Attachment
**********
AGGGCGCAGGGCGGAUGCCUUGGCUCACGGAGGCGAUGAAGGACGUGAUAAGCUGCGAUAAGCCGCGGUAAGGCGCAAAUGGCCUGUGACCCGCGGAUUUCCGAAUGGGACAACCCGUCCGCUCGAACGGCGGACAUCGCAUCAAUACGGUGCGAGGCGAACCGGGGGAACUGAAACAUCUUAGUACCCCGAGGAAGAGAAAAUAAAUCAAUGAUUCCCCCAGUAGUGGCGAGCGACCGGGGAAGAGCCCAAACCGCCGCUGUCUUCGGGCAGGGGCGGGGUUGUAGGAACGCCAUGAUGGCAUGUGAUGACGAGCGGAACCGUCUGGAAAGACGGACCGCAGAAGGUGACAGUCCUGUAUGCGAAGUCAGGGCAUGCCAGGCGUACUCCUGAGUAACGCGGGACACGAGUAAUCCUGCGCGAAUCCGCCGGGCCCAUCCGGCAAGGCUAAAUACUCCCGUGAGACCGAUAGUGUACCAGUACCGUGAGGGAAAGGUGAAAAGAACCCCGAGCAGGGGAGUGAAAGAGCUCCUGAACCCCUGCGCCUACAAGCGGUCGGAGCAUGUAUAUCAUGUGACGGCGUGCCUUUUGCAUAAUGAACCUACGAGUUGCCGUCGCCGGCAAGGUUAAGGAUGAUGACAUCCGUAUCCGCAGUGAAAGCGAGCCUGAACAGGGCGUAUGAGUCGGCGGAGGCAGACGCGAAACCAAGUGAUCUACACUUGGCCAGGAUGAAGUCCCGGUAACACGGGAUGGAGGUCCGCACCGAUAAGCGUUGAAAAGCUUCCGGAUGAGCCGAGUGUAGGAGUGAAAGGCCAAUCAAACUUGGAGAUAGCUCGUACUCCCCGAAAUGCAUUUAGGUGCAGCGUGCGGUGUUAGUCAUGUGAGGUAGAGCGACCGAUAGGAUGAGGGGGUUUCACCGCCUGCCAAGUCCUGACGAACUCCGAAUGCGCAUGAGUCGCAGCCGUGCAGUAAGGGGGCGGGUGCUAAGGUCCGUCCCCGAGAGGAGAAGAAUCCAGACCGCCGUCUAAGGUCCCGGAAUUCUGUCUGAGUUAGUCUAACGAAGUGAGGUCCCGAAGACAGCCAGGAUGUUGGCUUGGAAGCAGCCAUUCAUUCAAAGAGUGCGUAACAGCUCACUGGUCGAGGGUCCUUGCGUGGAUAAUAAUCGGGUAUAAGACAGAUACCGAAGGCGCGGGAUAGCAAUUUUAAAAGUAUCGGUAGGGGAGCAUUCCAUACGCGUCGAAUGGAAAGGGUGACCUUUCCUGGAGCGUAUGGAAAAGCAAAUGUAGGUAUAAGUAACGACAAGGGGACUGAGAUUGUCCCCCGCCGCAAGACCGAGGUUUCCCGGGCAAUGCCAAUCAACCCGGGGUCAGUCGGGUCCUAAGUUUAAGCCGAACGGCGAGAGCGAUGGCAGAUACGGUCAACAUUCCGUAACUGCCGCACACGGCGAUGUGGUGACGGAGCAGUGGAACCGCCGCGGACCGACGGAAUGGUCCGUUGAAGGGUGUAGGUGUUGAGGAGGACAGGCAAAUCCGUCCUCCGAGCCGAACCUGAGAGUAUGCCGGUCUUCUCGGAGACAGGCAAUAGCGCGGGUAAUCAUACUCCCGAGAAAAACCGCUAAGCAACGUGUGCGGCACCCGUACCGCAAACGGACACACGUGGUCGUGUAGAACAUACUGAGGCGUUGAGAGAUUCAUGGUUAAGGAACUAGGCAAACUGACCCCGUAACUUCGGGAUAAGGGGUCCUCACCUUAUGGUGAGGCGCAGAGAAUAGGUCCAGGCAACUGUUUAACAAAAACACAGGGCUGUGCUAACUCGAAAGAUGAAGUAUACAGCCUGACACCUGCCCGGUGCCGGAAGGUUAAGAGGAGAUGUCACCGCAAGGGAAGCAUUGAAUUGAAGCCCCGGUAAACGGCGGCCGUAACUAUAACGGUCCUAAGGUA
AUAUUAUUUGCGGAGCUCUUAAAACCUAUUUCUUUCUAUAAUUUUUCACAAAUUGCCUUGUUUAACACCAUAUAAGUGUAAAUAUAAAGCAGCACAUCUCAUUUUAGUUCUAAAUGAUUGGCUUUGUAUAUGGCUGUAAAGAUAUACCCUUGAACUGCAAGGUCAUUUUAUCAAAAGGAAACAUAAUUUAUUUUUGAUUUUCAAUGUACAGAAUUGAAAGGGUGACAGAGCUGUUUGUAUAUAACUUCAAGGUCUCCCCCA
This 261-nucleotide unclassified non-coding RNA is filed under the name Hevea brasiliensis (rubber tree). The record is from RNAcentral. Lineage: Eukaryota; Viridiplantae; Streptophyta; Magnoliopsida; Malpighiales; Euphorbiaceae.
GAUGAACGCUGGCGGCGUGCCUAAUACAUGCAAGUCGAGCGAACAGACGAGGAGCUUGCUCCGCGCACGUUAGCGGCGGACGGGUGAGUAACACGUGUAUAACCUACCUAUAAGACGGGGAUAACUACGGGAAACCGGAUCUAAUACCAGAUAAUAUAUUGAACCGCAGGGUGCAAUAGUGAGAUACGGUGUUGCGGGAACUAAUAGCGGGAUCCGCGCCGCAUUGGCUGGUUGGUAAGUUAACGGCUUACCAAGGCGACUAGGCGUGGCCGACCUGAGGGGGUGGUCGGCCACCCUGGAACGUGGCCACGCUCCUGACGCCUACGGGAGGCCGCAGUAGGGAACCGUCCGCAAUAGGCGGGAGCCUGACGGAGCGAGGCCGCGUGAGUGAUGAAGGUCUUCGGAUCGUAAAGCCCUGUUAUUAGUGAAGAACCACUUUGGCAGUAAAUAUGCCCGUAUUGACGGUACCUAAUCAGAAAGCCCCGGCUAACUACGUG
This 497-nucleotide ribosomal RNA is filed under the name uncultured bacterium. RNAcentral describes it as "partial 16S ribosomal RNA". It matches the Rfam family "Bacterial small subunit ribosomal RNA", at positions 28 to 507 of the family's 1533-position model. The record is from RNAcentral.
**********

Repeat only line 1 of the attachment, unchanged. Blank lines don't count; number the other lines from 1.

AGGGCGCAGGGCGGAUGCCUUGGCUCACGGAGGCGAUGAAGGACGUGAUAAGCUGCGAUAAGCCGCGGUAAGGCGCAAAUGGCCUGUGACCCGCGGAUUUCCGAAUGGGACAACCCGUCCGCUCGAACGGCGGACAUCGCAUCAAUACGGUGCGAGGCGAACCGGGGGAACUGAAACAUCUUAGUACCCCGAGGAAGAGAAAAUAAAUCAAUGAUUCCCCCAGUAGUGGCGAGCGACCGGGGAAGAGCCCAAACCGCCGCUGUCUUCGGGCAGGGGCGGGGUUGUAGGAACGCCAUGAUGGCAUGUGAUGACGAGCGGAACCGUCUGGAAAGACGGACCGCAGAAGGUGACAGUCCUGUAUGCGAAGUCAGGGCAUGCCAGGCGUACUCCUGAGUAACGCGGGACACGAGUAAUCCUGCGCGAAUCCGCCGGGCCCAUCCGGCAAGGCUAAAUACUCCCGUGAGACCGAUAGUGUACCAGUACCGUGAGGGAAAGGUGAAAAGAACCCCGAGCAGGGGAGUGAAAGAGCUCCUGAACCCCUGCGCCUACAAGCGGUCGGAGCAUGUAUAUCAUGUGACGGCGUGCCUUUUGCAUAAUGAACCUACGAGUUGCCGUCGCCGGCAAGGUUAAGGAUGAUGACAUCCGUAUCCGCAGUGAAAGCGAGCCUGAACAGGGCGUAUGAGUCGGCGGAGGCAGACGCGAAACCAAGUGAUCUACACUUGGCCAGGAUGAAGUCCCGGUAACACGGGAUGGAGGUCCGCACCGAUAAGCGUUGAAAAGCUUCCGGAUGAGCCGAGUGUAGGAGUGAAAGGCCAAUCAAACUUGGAGAUAGCUCGUACUCCCCGAAAUGCAUUUAGGUGCAGCGUGCGGUGUUAGUCAUGUGAGGUAGAGCGACCGAUAGGAUGAGGGGGUUUCACCGCCUGCCAAGUCCUGACGAACUCCGAAUGCGCAUGAGUCGCAGCCGUGCAGUAAGGGGGCGGGUGCUAAGGUCCGUCCCCGAGAGGAGAAGAAUCCAGACCGCCGUCUAAGGUCCCGGAAUUCUGUCUGAGUUAGUCUAACGAAGUGAGGUCCCGAAGACAGCCAGGAUGUUGGCUUGGAAGCAGCCAUUCAUUCAAAGAGUGCGUAACAGCUCACUGGUCGAGGGUCCUUGCGUGGAUAAUAAUCGGGUAUAAGACAGAUACCGAAGGCGCGGGAUAGCAAUUUUAAAAGUAUCGGUAGGGGAGCAUUCCAUACGCGUCGAAUGGAAAGGGUGACCUUUCCUGGAGCGUAUGGAAAAGCAAAUGUAGGUAUAAGUAACGACAAGGGGACUGAGAUUGUCCCCCGCCGCAAGACCGAGGUUUCCCGGGCAAUGCCAAUCAACCCGGGGUCAGUCGGGUCCUAAGUUUAAGCCGAACGGCGAGAGCGAUGGCAGAUACGGUCAACAUUCCGUAACUGCCGCACACGGCGAUGUGGUGACGGAGCAGUGGAACCGCCGCGGACCGACGGAAUGGUCCGUUGAAGGGUGUAGGUGUUGAGGAGGACAGGCAAAUCCGUCCUCCGAGCCGAACCUGAGAGUAUGCCGGUCUUCUCGGAGACAGGCAAUAGCGCGGGUAAUCAUACUCCCGAGAAAAACCGCUAAGCAACGUGUGCGGCACCCGUACCGCAAACGGACACACGUGGUCGUGUAGAACAUACUGAGGCGUUGAGAGAUUCAUGGUUAAGGAACUAGGCAAACUGACCCCGUAACUUCGGGAUAAGGGGUCCUCACCUUAUGGUGAGGCGCAGAGAAUAGGUCCAGGCAACUGUUUAACAAAAACACAGGGCUGUGCUAACUCGAAAGAUGAAGUAUACAGCCUGACACCUGCCCGGUGCCGGAAGGUUAAGAGGAGAUGUCACCGCAAGGGAAGCAUUGAAUUGAAGCCCCGGUAAACGGCGGCCGUAACUAUAACGGUCCUAAGGUA